Of the burdens people carry.

BY ANJA BOHNHOF

The Bengali term for carrier is bahak. No load seems too heavy or too large to be manhandled through the narrow, crowded streets of Kolkata. Whether their burdens are carried on their heads, or on a yoke over their shoulders, on two- or three-wheelers or on a hand-drawn rickshaw, all manner of goods and essentials—furniture, building materials, groceries, books and coal—are all humped, hauled or carted as they are shifted from one place to another in ways that are at times quite risky.

Precisely placed and perfectly balanced, these artfully towering loads are often extremely heavy. Once on the way, every stop becomes a risky manoeuvre.

Bahak means a life as a day labourer living at the bottom of the social pile. Exploitation and drudgery for minimum pay; dicing with danger in a daily struggle with the Kolkata streets; little or no appreciation for vigorous physical effort, which can all end in total exhaustion.

Nevertheless, in a mega-metropolis, whose streets are too full, too congested and too narrow to accommodate motorised vehicles to the extent required, the bahak play a vital role in keeping the gigantic flow of commodities moving!

I set up a makeshift studio along the edge of these streets for a few weeks and asked some of these carriers to pause for a moment so that they could be portrayed individually, detached from the constant commotion of the bustling crowd—an expression of astonished admiration at the visible artistry contained within the motion of things.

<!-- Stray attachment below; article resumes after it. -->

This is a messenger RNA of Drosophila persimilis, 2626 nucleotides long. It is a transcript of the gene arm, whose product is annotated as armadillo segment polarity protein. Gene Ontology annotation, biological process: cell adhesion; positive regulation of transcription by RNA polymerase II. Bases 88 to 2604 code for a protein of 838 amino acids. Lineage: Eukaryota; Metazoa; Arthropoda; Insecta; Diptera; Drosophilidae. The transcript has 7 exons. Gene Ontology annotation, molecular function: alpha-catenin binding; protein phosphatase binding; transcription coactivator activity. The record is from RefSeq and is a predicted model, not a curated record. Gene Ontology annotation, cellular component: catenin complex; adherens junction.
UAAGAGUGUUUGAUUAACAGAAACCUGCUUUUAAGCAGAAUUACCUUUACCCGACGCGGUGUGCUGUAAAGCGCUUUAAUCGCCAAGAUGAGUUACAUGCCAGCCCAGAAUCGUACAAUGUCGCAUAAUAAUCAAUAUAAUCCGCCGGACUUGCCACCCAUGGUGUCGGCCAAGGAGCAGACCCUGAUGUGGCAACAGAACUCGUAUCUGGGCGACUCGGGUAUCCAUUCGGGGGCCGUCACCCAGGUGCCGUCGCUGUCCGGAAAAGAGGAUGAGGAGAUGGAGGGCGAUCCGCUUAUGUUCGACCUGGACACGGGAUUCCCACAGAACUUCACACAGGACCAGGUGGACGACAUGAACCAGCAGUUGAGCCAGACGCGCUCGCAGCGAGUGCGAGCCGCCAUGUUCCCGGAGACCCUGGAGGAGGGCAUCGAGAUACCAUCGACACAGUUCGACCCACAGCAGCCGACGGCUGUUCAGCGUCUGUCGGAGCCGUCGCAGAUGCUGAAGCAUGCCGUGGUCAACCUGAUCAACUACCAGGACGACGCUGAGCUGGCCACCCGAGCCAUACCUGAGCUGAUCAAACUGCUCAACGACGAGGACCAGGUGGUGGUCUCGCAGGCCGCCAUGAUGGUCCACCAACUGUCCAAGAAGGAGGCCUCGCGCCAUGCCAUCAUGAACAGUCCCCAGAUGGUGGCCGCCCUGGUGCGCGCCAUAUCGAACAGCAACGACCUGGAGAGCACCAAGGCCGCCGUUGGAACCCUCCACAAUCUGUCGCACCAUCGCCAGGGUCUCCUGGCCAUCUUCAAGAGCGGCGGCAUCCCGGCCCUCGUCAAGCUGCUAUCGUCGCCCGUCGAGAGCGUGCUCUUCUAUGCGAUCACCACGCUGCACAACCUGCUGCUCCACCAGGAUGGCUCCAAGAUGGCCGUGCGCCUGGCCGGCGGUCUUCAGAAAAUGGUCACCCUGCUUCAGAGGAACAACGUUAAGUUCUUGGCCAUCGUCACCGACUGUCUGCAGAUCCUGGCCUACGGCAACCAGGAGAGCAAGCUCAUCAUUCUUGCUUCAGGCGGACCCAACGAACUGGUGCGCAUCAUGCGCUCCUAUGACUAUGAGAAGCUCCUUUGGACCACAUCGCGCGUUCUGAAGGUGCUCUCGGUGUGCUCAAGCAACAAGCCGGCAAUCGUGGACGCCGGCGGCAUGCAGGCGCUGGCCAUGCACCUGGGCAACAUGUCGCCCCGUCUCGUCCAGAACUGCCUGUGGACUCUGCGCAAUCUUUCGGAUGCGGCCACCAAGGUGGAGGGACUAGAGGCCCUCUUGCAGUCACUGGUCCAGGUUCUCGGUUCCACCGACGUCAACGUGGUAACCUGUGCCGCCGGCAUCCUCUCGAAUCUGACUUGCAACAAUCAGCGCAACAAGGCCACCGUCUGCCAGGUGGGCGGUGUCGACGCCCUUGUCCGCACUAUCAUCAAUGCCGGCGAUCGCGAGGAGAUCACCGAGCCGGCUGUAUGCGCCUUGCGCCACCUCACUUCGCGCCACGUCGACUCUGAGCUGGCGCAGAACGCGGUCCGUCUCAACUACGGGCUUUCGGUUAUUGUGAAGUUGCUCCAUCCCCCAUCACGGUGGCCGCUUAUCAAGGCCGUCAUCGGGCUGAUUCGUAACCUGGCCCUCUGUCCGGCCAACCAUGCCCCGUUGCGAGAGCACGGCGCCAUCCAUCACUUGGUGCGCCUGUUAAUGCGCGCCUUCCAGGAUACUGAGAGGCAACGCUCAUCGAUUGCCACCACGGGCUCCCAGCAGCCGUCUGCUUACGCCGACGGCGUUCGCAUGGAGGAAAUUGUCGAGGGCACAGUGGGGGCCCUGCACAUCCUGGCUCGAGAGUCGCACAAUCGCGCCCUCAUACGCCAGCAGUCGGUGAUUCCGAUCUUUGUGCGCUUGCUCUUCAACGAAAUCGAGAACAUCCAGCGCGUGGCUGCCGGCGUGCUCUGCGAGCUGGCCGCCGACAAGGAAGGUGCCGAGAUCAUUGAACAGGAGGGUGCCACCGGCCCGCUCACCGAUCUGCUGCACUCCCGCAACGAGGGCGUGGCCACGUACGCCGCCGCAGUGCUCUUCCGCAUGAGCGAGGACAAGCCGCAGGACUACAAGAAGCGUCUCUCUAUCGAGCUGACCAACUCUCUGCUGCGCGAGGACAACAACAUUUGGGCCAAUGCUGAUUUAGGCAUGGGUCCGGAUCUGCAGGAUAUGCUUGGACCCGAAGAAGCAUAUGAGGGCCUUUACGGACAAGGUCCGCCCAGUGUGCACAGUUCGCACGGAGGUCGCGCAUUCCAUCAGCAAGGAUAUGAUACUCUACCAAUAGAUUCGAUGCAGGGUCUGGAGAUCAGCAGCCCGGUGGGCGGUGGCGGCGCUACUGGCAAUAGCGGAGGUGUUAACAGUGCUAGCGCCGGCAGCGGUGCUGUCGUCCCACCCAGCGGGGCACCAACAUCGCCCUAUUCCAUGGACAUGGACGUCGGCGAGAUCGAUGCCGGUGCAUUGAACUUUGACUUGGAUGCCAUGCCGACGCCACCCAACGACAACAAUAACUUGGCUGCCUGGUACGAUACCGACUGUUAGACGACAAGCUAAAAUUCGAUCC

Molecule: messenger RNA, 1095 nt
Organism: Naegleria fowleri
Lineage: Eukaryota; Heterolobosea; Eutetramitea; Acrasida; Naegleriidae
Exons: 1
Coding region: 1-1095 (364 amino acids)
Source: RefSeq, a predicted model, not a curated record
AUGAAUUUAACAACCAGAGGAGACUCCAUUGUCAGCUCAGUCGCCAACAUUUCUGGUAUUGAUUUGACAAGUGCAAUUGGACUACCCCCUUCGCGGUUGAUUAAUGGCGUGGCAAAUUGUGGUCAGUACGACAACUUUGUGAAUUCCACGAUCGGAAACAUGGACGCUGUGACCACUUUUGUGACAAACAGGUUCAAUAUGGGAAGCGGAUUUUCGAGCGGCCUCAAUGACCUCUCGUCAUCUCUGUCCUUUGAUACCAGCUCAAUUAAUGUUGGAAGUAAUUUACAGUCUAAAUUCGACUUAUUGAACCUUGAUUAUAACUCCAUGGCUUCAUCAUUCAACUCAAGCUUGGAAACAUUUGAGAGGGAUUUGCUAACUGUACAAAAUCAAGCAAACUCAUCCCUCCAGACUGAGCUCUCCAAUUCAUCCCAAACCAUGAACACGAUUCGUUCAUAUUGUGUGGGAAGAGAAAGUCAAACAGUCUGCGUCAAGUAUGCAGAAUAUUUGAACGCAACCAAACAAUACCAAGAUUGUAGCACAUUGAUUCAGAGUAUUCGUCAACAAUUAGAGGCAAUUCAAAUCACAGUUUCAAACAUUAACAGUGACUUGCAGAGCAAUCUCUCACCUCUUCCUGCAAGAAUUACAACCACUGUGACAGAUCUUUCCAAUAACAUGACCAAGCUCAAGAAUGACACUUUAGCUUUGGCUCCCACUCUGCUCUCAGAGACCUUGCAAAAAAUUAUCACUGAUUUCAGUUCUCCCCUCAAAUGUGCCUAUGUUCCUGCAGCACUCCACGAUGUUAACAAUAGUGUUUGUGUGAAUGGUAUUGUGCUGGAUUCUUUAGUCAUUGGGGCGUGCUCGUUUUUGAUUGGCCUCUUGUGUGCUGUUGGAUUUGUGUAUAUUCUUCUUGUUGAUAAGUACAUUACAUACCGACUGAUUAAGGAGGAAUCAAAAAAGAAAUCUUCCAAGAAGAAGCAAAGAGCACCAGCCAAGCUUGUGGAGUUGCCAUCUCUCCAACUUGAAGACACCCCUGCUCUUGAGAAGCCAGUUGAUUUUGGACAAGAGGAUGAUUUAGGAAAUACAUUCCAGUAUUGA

The photographic work Bahak also makes you aware of the burden of things—far beyond the city limits of Kolkata.

(Anja Bohnhof has been working as a freelance photographer and visual artist since 2004. Since 2006, she has been a lecturer in photography and editorial practices at the Cologne University of Applied Sciences. Her work has been exhibited internationally and she has been the recipient of numerous grants and awards. She has also published a number of books documenting her photography.)

Noor Alam, 40 years old

Sitaram Chowdhury, 37 years old


MD Ramjan, 18 years old

SK Safi Jamander, 50 years old

MD Iqbal, 50 years old


Sajahan Mullik, 52 years old


MD Saikat Gaji, 40 years


Ali Iman, 42 years old


MD Alam, 40 years old


MD Zahir, 25 years old


Sanjit Surdar, 12 years old


MD Ishahar, 45 years old

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